Photo reference point
I used ganache to stick the cake offcuts to the body. I wasn't happy with the grip component of the cake from the template. Therefore, I added an extra bit of cake so that it was longer and more square than round at the front. I did a ganache crumb coat of the 2 halves separately.
I then realised I forgot the part that sits above the lens which contains the camera brand. Therefore, I roughly cut something to the shape I wanted and attached it using ganache. Refrigerated for 1 hour.
I carved the camera body so all the edges were smooth and even. I carved down where the shutter button is located. I added another light crumb coat to the newly carved area. Refrigerated for 30 minutes.
Final camera body done!
I stacked the cakes together and did a final ganache coat. This was then refrigerated until fondant work.
Square pan: I was able to get 4 circles (2 large, and 2 slightly smaller). Using the cookie cutters, I chose the large size I wanted for the front of the lens. I went one size smaller for the body of the lens to give it some shape.
1 crumb coat (refrigerated for 1 hour) then a final coat (refrigerated until fondant work). For the lens to fit on the cake board, roughly 3cm had to be cut from the end.
For the fondant work, I called my sister for assistance. There were no cuts or gaps in the fondant! The fondant was kneaded together and rolled out (using corn flour so it didn't stick to the table or rolling pin) then placed on top of the cake.
After the fondant work was done, I carefully transported the camera body to the cake board. The lens was attached to the body with some chocolate ganache. Decorations begin!
Using varying piping tips I cut out different sized circles for the camera buttons.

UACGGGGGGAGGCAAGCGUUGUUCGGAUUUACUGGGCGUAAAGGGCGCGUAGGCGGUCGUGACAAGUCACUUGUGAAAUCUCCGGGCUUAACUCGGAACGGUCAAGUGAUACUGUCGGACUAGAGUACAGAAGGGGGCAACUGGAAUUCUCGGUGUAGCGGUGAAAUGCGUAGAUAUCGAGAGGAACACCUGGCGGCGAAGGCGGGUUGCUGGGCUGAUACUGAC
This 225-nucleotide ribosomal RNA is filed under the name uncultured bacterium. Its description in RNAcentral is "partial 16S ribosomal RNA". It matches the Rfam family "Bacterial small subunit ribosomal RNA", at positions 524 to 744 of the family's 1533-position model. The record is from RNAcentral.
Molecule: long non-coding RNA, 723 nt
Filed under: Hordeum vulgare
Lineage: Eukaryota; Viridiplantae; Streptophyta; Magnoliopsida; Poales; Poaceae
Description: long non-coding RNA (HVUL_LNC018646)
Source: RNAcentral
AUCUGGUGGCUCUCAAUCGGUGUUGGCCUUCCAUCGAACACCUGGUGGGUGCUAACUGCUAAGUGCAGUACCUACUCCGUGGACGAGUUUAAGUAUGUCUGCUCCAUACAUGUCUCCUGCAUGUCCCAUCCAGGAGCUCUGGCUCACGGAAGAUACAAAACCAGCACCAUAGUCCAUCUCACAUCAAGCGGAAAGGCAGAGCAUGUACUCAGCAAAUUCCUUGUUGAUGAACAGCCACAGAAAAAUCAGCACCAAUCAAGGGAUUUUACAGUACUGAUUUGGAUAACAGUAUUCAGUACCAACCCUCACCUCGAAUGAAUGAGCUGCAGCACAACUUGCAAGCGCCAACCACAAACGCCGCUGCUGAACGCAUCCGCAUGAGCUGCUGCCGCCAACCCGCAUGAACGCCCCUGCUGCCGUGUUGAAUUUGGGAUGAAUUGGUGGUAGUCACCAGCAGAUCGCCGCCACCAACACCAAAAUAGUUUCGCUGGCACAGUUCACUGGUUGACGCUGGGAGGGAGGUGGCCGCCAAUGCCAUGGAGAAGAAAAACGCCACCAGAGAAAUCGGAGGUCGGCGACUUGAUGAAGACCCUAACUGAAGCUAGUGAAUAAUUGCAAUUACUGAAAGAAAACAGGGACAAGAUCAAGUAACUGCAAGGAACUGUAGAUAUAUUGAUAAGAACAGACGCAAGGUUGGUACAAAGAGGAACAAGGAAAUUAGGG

For the lens, I cut strips of black fondant and used the knife to put little indents for detail. I brushed a bit of water on each fixture for it stick to the fondant. Other details were different sized rectangles that I adjusted to suit the scale of the camera.
Buttons and fixtures on the back of the camera. I rolled out a thin sausage of black fondant for the area around the view finder.
Using the white edible paint and a thin paint brush I hand wrote all the camera body and lens details.
I used one of my fondant tools to indent an area of the lens which has the aperture readings.
As you can see, there are a few dodgy writing on the cake there.
I cut rectangles for the various screens and view finder on the cake. I made the flash connector (which is a bit hard to see). To do so, I cut out some mini circles and rolled bits of fondant. I painted them all using edible silver paint. Lastly, I rolled out a thin sausage of red fondant and placed it on the rim of the lens.
Finished Canon 5D Mark II cake (Front)
Finished Canon 5D Mark II cake (Back)
Before serving I sprayed it with a bit of canola oil to remove white marks.
I printed out photo and just stuck it on the back using a dab of oil.
The real 5D Mark II with its cake counter part
Birthday Boy with his 2 cameras. You can now clearly see the size difference.
Back of camera comparison
In a traditional camera sense, the lens was detached first.
Good food, good times!